13th-century fermented beans 制豆豉法


Wash soybeans clean and boil until extremely soft. Use a bamboo strainer to fish them out and mix with salt. Place the beans inside a cloth bag or bamboo container and cover with grass. In warm spring season, they will be ready after 3 or 4 days. In cold winter, it will take 5 or 6. Hot summer will not work for this. It is ready when the mash gives off heat and makes threads (when you pull it apart). Mix in mashed ginger and finely crushed salt in order to keep it from going bad. When it is mixed, place inside a fermenting jar. It will be ready to eat after ten days or more. These are equally good with fried or steamed meat.

— 中馈录 Zhongkuilu, 13-14th century

I know of two ways to (intentionally) grow mold in beans. The first is to use a mix in a bit of a finished product as a starter. Mix in natto, and you get natto. Mix in tempeh, and you get tempeh. The second way is to coat the cooked and semi-dried beans in flour and leave them outside. That is how you get the meidou used as a starter for Chinese bean pastes.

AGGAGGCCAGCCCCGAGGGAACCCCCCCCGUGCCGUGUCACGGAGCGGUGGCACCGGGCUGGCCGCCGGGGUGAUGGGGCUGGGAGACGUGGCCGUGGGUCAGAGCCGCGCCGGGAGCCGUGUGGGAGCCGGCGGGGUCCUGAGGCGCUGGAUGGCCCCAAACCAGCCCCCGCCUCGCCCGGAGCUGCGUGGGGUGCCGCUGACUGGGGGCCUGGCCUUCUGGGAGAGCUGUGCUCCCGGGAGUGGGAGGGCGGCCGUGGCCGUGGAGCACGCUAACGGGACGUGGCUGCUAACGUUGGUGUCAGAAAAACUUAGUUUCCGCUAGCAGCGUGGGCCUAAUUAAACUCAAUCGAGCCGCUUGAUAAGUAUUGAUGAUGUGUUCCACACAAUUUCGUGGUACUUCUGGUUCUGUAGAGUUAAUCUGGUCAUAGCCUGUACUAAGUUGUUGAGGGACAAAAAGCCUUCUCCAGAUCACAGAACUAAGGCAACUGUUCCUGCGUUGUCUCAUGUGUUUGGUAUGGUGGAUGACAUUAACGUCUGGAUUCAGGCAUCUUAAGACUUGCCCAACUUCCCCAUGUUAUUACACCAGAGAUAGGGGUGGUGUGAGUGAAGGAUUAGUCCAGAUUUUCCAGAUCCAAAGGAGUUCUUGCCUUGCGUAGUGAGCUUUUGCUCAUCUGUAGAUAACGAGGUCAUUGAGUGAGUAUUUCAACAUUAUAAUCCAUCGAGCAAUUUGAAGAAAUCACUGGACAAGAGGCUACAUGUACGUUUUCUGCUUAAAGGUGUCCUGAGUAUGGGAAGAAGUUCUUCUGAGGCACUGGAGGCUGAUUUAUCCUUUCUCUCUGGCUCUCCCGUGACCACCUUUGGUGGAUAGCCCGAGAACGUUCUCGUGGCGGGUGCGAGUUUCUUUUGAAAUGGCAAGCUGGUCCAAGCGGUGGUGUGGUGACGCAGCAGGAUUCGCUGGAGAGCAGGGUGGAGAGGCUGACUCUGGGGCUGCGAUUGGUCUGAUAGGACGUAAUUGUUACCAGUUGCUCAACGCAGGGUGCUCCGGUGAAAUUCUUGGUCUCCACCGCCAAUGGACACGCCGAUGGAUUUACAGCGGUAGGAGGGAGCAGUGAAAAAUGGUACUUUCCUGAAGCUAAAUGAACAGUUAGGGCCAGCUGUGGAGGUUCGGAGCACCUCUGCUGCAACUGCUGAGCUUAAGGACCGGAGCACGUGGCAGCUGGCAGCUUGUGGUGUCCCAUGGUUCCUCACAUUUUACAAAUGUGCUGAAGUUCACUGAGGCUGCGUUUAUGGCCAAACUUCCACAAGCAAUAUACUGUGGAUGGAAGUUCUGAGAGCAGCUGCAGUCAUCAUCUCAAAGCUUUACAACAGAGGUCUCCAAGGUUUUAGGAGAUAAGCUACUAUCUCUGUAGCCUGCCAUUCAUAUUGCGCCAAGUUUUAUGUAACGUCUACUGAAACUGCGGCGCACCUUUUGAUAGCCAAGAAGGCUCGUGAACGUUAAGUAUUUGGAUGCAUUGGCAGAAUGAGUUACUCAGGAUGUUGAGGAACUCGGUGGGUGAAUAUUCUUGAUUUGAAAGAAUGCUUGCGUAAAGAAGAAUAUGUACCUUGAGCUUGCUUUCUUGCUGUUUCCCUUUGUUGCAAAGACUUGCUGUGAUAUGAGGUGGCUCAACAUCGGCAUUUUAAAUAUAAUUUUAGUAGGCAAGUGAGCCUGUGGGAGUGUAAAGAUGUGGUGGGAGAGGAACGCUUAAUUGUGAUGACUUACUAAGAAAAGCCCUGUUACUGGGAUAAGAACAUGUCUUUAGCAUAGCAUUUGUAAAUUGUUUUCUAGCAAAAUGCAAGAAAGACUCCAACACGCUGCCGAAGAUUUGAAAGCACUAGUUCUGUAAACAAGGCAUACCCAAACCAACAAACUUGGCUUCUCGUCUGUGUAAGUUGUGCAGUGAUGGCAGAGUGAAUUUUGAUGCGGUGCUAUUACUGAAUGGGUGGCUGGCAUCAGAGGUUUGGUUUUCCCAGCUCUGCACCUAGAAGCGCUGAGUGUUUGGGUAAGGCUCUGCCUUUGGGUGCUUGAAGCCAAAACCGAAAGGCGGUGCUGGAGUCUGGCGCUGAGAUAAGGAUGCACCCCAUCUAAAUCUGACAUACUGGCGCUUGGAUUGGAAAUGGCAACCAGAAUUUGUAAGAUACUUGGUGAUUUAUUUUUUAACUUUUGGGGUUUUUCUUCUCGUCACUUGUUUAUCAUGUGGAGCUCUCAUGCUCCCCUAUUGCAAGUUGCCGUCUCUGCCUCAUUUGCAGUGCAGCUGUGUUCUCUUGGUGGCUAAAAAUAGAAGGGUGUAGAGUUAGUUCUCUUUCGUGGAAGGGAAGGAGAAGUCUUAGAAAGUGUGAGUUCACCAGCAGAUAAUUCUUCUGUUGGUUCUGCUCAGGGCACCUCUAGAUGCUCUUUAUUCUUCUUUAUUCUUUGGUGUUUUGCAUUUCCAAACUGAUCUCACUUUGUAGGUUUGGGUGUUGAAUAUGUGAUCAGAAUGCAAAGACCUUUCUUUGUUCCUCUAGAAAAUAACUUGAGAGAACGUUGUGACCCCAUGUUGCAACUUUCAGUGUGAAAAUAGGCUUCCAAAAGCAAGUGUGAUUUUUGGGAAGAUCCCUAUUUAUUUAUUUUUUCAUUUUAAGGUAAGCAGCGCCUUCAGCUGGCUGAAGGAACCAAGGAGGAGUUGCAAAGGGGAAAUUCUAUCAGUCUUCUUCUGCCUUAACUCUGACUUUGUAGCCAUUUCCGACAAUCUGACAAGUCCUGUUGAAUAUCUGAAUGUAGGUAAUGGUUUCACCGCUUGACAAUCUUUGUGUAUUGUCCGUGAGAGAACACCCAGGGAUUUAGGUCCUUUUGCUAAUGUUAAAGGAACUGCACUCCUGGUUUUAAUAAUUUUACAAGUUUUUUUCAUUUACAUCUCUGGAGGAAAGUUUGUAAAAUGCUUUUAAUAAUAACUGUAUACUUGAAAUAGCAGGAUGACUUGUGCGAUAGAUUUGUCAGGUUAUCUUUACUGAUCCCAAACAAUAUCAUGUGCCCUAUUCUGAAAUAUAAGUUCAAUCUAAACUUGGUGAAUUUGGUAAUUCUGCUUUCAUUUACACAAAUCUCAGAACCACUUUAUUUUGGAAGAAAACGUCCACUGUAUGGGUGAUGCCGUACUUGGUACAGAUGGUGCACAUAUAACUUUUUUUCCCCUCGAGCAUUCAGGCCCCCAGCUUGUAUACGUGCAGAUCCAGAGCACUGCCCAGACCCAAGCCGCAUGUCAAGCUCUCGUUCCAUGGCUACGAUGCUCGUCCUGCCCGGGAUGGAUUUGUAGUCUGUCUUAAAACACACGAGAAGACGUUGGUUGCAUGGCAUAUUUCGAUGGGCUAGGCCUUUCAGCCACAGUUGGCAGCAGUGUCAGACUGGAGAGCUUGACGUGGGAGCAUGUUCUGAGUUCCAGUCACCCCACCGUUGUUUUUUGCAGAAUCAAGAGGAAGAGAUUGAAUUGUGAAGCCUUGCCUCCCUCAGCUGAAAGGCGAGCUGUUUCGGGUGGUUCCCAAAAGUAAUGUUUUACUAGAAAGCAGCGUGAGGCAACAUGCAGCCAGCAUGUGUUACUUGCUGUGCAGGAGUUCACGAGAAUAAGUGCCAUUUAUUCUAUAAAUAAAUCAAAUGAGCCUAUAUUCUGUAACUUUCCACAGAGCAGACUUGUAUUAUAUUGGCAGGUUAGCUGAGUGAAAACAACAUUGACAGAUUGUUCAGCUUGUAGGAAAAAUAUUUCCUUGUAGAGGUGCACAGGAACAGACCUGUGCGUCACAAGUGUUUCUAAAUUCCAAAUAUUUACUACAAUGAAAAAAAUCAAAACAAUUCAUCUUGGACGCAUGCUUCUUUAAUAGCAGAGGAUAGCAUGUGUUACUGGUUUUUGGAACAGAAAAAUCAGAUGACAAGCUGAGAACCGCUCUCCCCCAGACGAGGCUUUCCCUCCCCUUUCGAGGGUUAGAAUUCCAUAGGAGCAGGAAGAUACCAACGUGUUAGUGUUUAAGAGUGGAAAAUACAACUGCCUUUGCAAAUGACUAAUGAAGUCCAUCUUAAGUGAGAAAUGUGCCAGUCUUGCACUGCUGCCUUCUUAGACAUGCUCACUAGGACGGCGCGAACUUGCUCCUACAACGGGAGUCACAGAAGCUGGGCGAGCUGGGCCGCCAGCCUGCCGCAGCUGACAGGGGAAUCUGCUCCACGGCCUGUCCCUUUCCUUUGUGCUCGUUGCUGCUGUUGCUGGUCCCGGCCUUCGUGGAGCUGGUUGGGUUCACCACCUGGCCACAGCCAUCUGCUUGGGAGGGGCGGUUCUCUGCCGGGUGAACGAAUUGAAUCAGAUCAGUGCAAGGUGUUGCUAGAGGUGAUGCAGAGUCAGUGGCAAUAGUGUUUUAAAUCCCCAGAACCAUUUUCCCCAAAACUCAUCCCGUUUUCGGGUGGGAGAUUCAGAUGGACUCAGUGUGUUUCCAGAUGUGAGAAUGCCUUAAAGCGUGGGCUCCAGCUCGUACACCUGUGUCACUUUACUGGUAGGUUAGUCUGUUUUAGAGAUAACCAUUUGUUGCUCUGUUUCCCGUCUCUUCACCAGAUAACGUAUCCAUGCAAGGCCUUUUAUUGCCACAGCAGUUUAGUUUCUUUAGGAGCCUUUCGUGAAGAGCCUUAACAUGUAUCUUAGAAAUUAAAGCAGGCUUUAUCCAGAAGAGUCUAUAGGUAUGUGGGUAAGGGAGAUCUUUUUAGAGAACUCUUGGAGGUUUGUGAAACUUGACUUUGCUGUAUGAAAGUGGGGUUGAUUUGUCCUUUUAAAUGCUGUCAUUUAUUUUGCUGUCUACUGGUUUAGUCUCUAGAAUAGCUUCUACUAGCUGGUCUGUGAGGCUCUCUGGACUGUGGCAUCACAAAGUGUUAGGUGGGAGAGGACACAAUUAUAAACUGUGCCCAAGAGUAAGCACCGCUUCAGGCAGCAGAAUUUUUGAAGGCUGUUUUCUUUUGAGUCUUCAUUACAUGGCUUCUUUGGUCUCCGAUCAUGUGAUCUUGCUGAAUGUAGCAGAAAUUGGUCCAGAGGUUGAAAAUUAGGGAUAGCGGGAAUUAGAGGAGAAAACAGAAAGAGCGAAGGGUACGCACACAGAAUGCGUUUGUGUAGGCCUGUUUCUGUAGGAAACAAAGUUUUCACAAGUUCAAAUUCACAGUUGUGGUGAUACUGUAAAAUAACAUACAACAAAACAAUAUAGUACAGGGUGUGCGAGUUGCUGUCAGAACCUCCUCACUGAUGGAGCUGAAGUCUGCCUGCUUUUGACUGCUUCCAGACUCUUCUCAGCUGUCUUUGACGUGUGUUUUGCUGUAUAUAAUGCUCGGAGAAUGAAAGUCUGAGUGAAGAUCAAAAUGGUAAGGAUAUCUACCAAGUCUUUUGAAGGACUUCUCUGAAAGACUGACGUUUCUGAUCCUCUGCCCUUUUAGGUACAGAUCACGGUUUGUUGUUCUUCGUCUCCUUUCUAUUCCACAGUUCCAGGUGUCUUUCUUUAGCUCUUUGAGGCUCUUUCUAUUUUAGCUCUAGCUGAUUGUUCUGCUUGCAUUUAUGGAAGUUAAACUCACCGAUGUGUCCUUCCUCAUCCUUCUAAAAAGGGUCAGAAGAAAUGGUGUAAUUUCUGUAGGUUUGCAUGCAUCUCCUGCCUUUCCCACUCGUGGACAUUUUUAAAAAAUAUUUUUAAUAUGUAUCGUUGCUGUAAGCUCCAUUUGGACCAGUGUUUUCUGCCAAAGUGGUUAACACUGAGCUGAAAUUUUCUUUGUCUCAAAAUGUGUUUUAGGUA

So which one is this? Well, we have no starter, but we do know it’s aged in an oxygenated environment. The threads sound like natto, which is made covered. We don’t know what kind of grass is used to cover the beans, so I doubt that’s meant to be the source of the mold. So nope, I have no idea what’s going on here. Let’s just try it and see what happens.

I soaked and boiled soybeans, let them cool, mixed in salt and wrapped everything in a clean cotton cloth. Since I had no grass lying around, I just wrapped the whole thing in a banana leaf, making sure to keep it loose enough for air flow. As a control, I also made a batch of tempeh using the packaged mould starter used for making laozao.

After 6 days, I unwrapped both. The tempeh beans were covered in a white mold similar to natto. My luck-of-the-draw beans weren’t too shabby either, in that they were definitely moldy. Blue, black, white, all kinds of action going on here.

I added enough salt to approximate the saltiness of soy sauce, and enough crushed ginger to remoisten the mix, and then from there into a sealed jar.

See you in ten days!

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